Veterans, civilians turn out on flag-waving Independence Day
Families sat down to picnics, attended parades, and crowded parks and rooftops to watch fireworks as the nation celebrated its 230th birthday Tuesday.
More than 120,000 bursts of color, light and pyrotechnics filled the darkness as The New York Pops regaled crowds with a soundtrack of patriotic standards and original music charting America’s evolution.
“I never miss it. It’s a tradition,” said Rafael Perez, 21, one of tens of thousands of people who mobbed the South Street Seaport in lower Manhattan to watch the show.
At Fort Bragg, N.C., home of the 82nd Airborne Division, President Bush offered thanks and encouragement to the troops.
“You are serving our country at a time when our country needs you. And because of your courage, every day is Independence Day in America,” Bush told an estimated 3,500 service members at an outdoor speech.
As many as 500,000 people gathered in Boston for a concert and fireworks extravaganza near the Charles River, state police estimated. Some held American flags, and others clutched red-white-and-blue pompons as they sat on blankets on the grass.
Alicia Dumont, 10, of Quincy, Mass., wore a red and blue Statue of Liberty-style crown and a red tank top to the festival.
“I think it’s awesome,” she said. “It’s spectacular just to celebrate the Fourth of July and see all the colors.”
Earlier Tuesday, the city began its celebration with a reading of the Declaration of Independence from a balcony at the Old State House, where townspeople first heard it more than two centuries ago.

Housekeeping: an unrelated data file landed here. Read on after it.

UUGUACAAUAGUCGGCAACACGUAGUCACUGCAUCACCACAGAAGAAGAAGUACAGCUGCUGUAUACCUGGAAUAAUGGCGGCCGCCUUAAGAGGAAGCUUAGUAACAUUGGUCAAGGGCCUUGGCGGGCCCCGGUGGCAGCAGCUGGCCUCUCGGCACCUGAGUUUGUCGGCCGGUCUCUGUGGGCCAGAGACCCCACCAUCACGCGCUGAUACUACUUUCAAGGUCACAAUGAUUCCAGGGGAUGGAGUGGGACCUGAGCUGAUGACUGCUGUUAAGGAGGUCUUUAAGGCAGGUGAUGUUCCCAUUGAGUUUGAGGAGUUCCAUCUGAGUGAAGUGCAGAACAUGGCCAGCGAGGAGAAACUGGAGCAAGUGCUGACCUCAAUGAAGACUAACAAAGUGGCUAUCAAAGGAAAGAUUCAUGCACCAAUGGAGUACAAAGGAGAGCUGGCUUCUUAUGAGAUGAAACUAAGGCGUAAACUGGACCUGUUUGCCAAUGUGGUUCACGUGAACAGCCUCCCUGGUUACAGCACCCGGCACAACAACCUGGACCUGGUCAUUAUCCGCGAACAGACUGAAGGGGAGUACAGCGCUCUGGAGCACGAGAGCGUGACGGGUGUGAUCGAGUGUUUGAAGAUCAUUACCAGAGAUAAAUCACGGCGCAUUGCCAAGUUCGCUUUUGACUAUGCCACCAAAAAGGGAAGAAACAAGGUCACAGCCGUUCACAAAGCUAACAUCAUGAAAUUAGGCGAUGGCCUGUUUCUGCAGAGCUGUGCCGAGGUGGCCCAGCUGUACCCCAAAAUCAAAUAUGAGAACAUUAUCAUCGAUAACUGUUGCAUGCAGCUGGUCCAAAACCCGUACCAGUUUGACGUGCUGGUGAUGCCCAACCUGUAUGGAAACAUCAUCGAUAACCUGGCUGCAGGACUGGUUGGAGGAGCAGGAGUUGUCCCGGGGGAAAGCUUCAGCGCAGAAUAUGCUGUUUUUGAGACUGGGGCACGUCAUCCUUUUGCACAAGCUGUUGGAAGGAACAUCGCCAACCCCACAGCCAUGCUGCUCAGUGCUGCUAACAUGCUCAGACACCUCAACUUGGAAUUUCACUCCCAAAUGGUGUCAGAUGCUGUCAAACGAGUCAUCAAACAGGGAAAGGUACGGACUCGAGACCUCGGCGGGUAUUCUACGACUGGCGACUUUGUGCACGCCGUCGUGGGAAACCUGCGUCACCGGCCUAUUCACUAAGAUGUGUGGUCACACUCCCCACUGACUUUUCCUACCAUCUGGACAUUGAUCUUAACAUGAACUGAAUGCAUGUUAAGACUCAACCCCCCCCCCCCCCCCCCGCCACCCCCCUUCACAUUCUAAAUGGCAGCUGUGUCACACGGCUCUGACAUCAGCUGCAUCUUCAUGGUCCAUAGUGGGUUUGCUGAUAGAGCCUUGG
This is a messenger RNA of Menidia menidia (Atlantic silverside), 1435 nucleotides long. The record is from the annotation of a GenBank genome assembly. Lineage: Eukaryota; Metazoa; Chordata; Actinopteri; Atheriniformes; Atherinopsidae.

In many regions, the searing heat and near-drought conditions tamped down the celebration Tuesday.
About 100 people were treated for heat exhaustion in Washington, D.C., after an Independence Day parade in humid, 90-degree weather near the Mall. Most of the patients were marchers, said Alan Etter, a spokesman for the District of Columbia fire and EMS Department. One was hospitalized.
Because of the hot, dry weather in Mandan, N.D., fire trucks were held out of the July Fourth parade.
“We don’t want to get hung up in a parade and can’t get out. It’s just too risky,” said Mandan Rural Fire Chief Lynn Gustin.
In Frostburg, Md., Floyd Wigfield, an 87-year-old veteran of the 1944 D-Day invasion, was among the estimated 1,200 veterans who lined up for a half-mile during a Fourth of July parade.
“They’re celebrating all the veterans for years and years,” said Wigfield, of Cumberland, Md., who wore his green wool Army uniform despite the soaring heat.
There also was quiet reflection during the long holiday weekend. In Yakima, Wash., a crowd of more than 200 people prayed quietly at the dedication late Monday of a war memorial honoring six soldiers and Marines with ties to the area who have died in Iraq.
“I hope when people see it, it brings a reality to them,” said Nancy Sides, stepmother of Marine Lance Cpl. Dustin L. Sides, one of the six.
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